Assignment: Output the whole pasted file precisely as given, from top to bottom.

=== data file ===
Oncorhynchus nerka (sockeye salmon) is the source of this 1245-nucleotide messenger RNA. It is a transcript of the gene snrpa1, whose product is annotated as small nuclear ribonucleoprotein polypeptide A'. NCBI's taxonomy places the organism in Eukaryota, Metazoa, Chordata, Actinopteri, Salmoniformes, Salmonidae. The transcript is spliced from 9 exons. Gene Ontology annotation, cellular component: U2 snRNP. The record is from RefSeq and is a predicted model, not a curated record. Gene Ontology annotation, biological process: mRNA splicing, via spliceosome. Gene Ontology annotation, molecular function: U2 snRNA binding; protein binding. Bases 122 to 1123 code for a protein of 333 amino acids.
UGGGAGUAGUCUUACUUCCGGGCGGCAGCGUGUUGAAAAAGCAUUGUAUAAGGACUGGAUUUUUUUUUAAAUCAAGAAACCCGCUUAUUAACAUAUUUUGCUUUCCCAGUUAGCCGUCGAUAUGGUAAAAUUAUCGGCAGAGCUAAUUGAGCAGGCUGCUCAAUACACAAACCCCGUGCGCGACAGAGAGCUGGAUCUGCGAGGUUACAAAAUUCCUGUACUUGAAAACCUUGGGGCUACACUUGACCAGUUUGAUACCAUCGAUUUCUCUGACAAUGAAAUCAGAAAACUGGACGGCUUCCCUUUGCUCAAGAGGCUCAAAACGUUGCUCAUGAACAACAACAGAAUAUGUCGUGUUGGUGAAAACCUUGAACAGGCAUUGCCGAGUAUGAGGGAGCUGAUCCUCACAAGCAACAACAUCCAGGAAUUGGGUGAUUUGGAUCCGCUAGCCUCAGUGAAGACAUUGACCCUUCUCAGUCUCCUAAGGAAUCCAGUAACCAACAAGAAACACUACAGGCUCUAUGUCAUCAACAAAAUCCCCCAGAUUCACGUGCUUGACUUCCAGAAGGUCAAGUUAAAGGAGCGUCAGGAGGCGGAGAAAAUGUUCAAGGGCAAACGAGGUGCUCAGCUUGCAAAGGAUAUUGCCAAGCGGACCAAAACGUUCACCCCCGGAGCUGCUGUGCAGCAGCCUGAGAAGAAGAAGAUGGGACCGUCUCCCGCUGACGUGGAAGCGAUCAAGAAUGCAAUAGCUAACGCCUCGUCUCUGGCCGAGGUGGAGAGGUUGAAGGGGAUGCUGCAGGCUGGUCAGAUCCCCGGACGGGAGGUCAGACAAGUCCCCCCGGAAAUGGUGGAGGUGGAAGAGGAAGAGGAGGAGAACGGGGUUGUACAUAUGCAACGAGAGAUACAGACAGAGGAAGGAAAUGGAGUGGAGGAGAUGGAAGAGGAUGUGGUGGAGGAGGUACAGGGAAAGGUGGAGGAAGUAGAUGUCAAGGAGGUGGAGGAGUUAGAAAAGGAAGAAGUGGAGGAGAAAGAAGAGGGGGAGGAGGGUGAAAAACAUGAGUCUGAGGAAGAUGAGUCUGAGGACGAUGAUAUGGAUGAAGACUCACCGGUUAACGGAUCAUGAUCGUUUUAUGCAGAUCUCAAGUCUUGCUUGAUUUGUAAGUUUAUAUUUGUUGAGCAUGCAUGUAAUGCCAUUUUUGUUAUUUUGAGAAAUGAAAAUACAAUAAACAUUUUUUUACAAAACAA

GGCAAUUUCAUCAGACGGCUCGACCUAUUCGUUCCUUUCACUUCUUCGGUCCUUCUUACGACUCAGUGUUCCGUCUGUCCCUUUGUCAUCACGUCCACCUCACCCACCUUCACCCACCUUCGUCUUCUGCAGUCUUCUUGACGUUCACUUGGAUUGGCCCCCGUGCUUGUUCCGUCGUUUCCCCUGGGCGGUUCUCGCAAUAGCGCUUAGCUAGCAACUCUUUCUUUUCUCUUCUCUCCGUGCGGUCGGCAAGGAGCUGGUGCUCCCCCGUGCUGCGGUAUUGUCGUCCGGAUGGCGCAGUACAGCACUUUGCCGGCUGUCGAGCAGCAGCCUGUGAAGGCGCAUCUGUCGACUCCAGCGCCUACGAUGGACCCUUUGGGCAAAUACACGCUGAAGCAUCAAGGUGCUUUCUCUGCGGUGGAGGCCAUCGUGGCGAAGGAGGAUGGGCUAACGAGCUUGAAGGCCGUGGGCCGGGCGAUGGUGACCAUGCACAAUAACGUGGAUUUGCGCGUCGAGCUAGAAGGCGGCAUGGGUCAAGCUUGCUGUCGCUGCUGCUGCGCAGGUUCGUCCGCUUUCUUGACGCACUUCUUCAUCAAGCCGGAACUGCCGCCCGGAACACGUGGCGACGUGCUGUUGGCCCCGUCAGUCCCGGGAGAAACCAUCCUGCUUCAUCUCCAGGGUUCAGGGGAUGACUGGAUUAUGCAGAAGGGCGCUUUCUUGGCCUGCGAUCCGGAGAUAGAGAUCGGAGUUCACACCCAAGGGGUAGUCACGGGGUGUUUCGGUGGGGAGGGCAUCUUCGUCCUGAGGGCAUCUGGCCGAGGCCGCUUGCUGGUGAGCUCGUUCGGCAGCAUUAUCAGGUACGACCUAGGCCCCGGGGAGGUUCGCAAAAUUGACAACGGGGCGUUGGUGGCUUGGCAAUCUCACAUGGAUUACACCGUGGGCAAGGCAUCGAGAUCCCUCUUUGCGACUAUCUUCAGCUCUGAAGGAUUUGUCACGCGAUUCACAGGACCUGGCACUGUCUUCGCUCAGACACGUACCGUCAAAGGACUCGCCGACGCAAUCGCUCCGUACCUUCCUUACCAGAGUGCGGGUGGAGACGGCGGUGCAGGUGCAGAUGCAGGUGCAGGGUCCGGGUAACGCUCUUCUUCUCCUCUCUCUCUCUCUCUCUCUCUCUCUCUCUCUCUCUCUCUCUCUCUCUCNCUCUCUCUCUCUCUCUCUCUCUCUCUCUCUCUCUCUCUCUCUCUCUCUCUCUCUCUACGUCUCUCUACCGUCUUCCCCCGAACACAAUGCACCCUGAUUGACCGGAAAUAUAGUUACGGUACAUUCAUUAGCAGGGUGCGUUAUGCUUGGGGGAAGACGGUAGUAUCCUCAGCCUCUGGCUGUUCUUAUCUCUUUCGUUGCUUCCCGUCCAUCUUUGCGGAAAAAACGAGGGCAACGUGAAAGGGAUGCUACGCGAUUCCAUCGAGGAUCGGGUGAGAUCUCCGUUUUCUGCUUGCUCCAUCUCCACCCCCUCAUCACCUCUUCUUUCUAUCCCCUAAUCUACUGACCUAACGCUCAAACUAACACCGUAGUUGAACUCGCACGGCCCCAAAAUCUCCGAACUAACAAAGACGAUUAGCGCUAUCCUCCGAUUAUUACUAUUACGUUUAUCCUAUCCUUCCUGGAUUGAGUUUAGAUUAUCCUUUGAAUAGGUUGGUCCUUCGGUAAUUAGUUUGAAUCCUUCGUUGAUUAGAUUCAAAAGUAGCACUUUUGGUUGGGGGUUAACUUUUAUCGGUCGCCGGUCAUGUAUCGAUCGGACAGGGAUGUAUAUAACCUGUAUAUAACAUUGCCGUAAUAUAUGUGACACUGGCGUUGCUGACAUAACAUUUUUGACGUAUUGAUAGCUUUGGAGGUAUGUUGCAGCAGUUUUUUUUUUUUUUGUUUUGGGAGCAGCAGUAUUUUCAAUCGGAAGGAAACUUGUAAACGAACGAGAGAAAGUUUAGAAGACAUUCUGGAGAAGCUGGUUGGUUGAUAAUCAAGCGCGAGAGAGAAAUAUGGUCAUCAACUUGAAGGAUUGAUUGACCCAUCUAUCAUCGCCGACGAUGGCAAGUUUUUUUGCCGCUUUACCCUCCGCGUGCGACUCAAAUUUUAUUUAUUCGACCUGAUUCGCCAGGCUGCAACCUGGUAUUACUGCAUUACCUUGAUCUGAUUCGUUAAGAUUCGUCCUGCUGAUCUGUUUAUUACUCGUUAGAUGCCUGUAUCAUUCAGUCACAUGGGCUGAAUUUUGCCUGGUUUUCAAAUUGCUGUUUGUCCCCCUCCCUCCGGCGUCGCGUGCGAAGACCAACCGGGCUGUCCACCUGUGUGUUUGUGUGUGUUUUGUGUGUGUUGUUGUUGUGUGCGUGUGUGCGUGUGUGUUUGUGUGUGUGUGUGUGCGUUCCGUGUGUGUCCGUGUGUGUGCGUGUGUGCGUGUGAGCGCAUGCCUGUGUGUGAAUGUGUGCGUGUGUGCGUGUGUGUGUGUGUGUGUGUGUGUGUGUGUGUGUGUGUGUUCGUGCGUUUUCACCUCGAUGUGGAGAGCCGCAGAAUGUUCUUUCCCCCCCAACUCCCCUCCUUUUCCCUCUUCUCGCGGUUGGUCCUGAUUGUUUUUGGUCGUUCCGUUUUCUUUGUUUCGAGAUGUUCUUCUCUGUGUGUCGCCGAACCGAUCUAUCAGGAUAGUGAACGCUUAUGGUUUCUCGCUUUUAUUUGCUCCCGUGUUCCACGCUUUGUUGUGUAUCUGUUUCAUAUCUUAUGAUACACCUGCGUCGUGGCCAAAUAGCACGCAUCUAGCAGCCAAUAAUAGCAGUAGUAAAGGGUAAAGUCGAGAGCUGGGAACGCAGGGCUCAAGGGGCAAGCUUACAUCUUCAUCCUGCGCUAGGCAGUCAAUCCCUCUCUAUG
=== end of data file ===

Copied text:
Oncorhynchus nerka (sockeye salmon) is the source of this 1245-nucleotide messenger RNA. It is a transcript of the gene snrpa1, whose product is annotated as small nuclear ribonucleoprotein polypeptide A'. NCBI's taxonomy places the organism in Eukaryota, Metazoa, Chordata, Actinopteri, Salmoniformes, Salmonidae. The transcript is spliced from 9 exons. Gene Ontology annotation, cellular component: U2 snRNP. The record is from RefSeq and is a predicted model, not a curated record. Gene Ontology annotation, biological process: mRNA splicing, via spliceosome. Gene Ontology annotation, molecular function: U2 snRNA binding; protein binding. Bases 122 to 1123 code for a protein of 333 amino acids.
UGGGAGUAGUCUUACUUCCGGGCGGCAGCGUGUUGAAAAAGCAUUGUAUAAGGACUGGAUUUUUUUUUAAAUCAAGAAACCCGCUUAUUAACAUAUUUUGCUUUCCCAGUUAGCCGUCGAUAUGGUAAAAUUAUCGGCAGAGCUAAUUGAGCAGGCUGCUCAAUACACAAACCCCGUGCGCGACAGAGAGCUGGAUCUGCGAGGUUACAAAAUUCCUGUACUUGAAAACCUUGGGGCUACACUUGACCAGUUUGAUACCAUCGAUUUCUCUGACAAUGAAAUCAGAAAACUGGACGGCUUCCCUUUGCUCAAGAGGCUCAAAACGUUGCUCAUGAACAACAACAGAAUAUGUCGUGUUGGUGAAAACCUUGAACAGGCAUUGCCGAGUAUGAGGGAGCUGAUCCUCACAAGCAACAACAUCCAGGAAUUGGGUGAUUUGGAUCCGCUAGCCUCAGUGAAGACAUUGACCCUUCUCAGUCUCCUAAGGAAUCCAGUAACCAACAAGAAACACUACAGGCUCUAUGUCAUCAACAAAAUCCCCCAGAUUCACGUGCUUGACUUCCAGAAGGUCAAGUUAAAGGAGCGUCAGGAGGCGGAGAAAAUGUUCAAGGGCAAACGAGGUGCUCAGCUUGCAAAGGAUAUUGCCAAGCGGACCAAAACGUUCACCCCCGGAGCUGCUGUGCAGCAGCCUGAGAAGAAGAAGAUGGGACCGUCUCCCGCUGACGUGGAAGCGAUCAAGAAUGCAAUAGCUAACGCCUCGUCUCUGGCCGAGGUGGAGAGGUUGAAGGGGAUGCUGCAGGCUGGUCAGAUCCCCGGACGGGAGGUCAGACAAGUCCCCCCGGAAAUGGUGGAGGUGGAAGAGGAAGAGGAGGAGAACGGGGUUGUACAUAUGCAACGAGAGAUACAGACAGAGGAAGGAAAUGGAGUGGAGGAGAUGGAAGAGGAUGUGGUGGAGGAGGUACAGGGAAAGGUGGAGGAAGUAGAUGUCAAGGAGGUGGAGGAGUUAGAAAAGGAAGAAGUGGAGGAGAAAGAAGAGGGGGAGGAGGGUGAAAAACAUGAGUCUGAGGAAGAUGAGUCUGAGGACGAUGAUAUGGAUGAAGACUCACCGGUUAACGGAUCAUGAUCGUUUUAUGCAGAUCUCAAGUCUUGCUUGAUUUGUAAGUUUAUAUUUGUUGAGCAUGCAUGUAAUGCCAUUUUUGUUAUUUUGAGAAAUGAAAAUACAAUAAACAUUUUUUUACAAAACAA

GGCAAUUUCAUCAGACGGCUCGACCUAUUCGUUCCUUUCACUUCUUCGGUCCUUCUUACGACUCAGUGUUCCGUCUGUCCCUUUGUCAUCACGUCCACCUCACCCACCUUCACCCACCUUCGUCUUCUGCAGUCUUCUUGACGUUCACUUGGAUUGGCCCCCGUGCUUGUUCCGUCGUUUCCCCUGGGCGGUUCUCGCAAUAGCGCUUAGCUAGCAACUCUUUCUUUUCUCUUCUCUCCGUGCGGUCGGCAAGGAGCUGGUGCUCCCCCGUGCUGCGGUAUUGUCGUCCGGAUGGCGCAGUACAGCACUUUGCCGGCUGUCGAGCAGCAGCCUGUGAAGGCGCAUCUGUCGACUCCAGCGCCUACGAUGGACCCUUUGGGCAAAUACACGCUGAAGCAUCAAGGUGCUUUCUCUGCGGUGGAGGCCAUCGUGGCGAAGGAGGAUGGGCUAACGAGCUUGAAGGCCGUGGGCCGGGCGAUGGUGACCAUGCACAAUAACGUGGAUUUGCGCGUCGAGCUAGAAGGCGGCAUGGGUCAAGCUUGCUGUCGCUGCUGCUGCGCAGGUUCGUCCGCUUUCUUGACGCACUUCUUCAUCAAGCCGGAACUGCCGCCCGGAACACGUGGCGACGUGCUGUUGGCCCCGUCAGUCCCGGGAGAAACCAUCCUGCUUCAUCUCCAGGGUUCAGGGGAUGACUGGAUUAUGCAGAAGGGCGCUUUCUUGGCCUGCGAUCCGGAGAUAGAGAUCGGAGUUCACACCCAAGGGGUAGUCACGGGGUGUUUCGGUGGGGAGGGCAUCUUCGUCCUGAGGGCAUCUGGCCGAGGCCGCUUGCUGGUGAGCUCGUUCGGCAGCAUUAUCAGGUACGACCUAGGCCCCGGGGAGGUUCGCAAAAUUGACAACGGGGCGUUGGUGGCUUGGCAAUCUCACAUGGAUUACACCGUGGGCAAGGCAUCGAGAUCCCUCUUUGCGACUAUCUUCAGCUCUGAAGGAUUUGUCACGCGAUUCACAGGACCUGGCACUGUCUUCGCUCAGACACGUACCGUCAAAGGACUCGCCGACGCAAUCGCUCCGUACCUUCCUUACCAGAGUGCGGGUGGAGACGGCGGUGCAGGUGCAGAUGCAGGUGCAGGGUCCGGGUAACGCUCUUCUUCUCCUCUCUCUCUCUCUCUCUCUCUCUCUCUCUCUCUCUCUCUCUCUCUCUCNCUCUCUCUCUCUCUCUCUCUCUCUCUCUCUCUCUCUCUCUCUCUCUCUCUCUCUCUACGUCUCUCUACCGUCUUCCCCCGAACACAAUGCACCCUGAUUGACCGGAAAUAUAGUUACGGUACAUUCAUUAGCAGGGUGCGUUAUGCUUGGGGGAAGACGGUAGUAUCCUCAGCCUCUGGCUGUUCUUAUCUCUUUCGUUGCUUCCCGUCCAUCUUUGCGGAAAAAACGAGGGCAACGUGAAAGGGAUGCUACGCGAUUCCAUCGAGGAUCGGGUGAGAUCUCCGUUUUCUGCUUGCUCCAUCUCCACCCCCUCAUCACCUCUUCUUUCUAUCCCCUAAUCUACUGACCUAACGCUCAAACUAACACCGUAGUUGAACUCGCACGGCCCCAAAAUCUCCGAACUAACAAAGACGAUUAGCGCUAUCCUCCGAUUAUUACUAUUACGUUUAUCCUAUCCUUCCUGGAUUGAGUUUAGAUUAUCCUUUGAAUAGGUUGGUCCUUCGGUAAUUAGUUUGAAUCCUUCGUUGAUUAGAUUCAAAAGUAGCACUUUUGGUUGGGGGUUAACUUUUAUCGGUCGCCGGUCAUGUAUCGAUCGGACAGGGAUGUAUAUAACCUGUAUAUAACAUUGCCGUAAUAUAUGUGACACUGGCGUUGCUGACAUAACAUUUUUGACGUAUUGAUAGCUUUGGAGGUAUGUUGCAGCAGUUUUUUUUUUUUUUGUUUUGGGAGCAGCAGUAUUUUCAAUCGGAAGGAAACUUGUAAACGAACGAGAGAAAGUUUAGAAGACAUUCUGGAGAAGCUGGUUGGUUGAUAAUCAAGCGCGAGAGAGAAAUAUGGUCAUCAACUUGAAGGAUUGAUUGACCCAUCUAUCAUCGCCGACGAUGGCAAGUUUUUUUGCCGCUUUACCCUCCGCGUGCGACUCAAAUUUUAUUUAUUCGACCUGAUUCGCCAGGCUGCAACCUGGUAUUACUGCAUUACCUUGAUCUGAUUCGUUAAGAUUCGUCCUGCUGAUCUGUUUAUUACUCGUUAGAUGCCUGUAUCAUUCAGUCACAUGGGCUGAAUUUUGCCUGGUUUUCAAAUUGCUGUUUGUCCCCCUCCCUCCGGCGUCGCGUGCGAAGACCAACCGGGCUGUCCACCUGUGUGUUUGUGUGUGUUUUGUGUGUGUUGUUGUUGUGUGCGUGUGUGCGUGUGUGUUUGUGUGUGUGUGUGUGCGUUCCGUGUGUGUCCGUGUGUGUGCGUGUGUGCGUGUGAGCGCAUGCCUGUGUGUGAAUGUGUGCGUGUGUGCGUGUGUGUGUGUGUGUGUGUGUGUGUGUGUGUGUGUGUGUUCGUGCGUUUUCACCUCGAUGUGGAGAGCCGCAGAAUGUUCUUUCCCCCCCAACUCCCCUCCUUUUCCCUCUUCUCGCGGUUGGUCCUGAUUGUUUUUGGUCGUUCCGUUUUCUUUGUUUCGAGAUGUUCUUCUCUGUGUGUCGCCGAACCGAUCUAUCAGGAUAGUGAACGCUUAUGGUUUCUCGCUUUUAUUUGCUCCCGUGUUCCACGCUUUGUUGUGUAUCUGUUUCAUAUCUUAUGAUACACCUGCGUCGUGGCCAAAUAGCACGCAUCUAGCAGCCAAUAAUAGCAGUAGUAAAGGGUAAAGUCGAGAGCUGGGAACGCAGGGCUCAAGGGGCAAGCUUACAUCUUCAUCCUGCGCUAGGCAGUCAAUCCCUCUCUAUG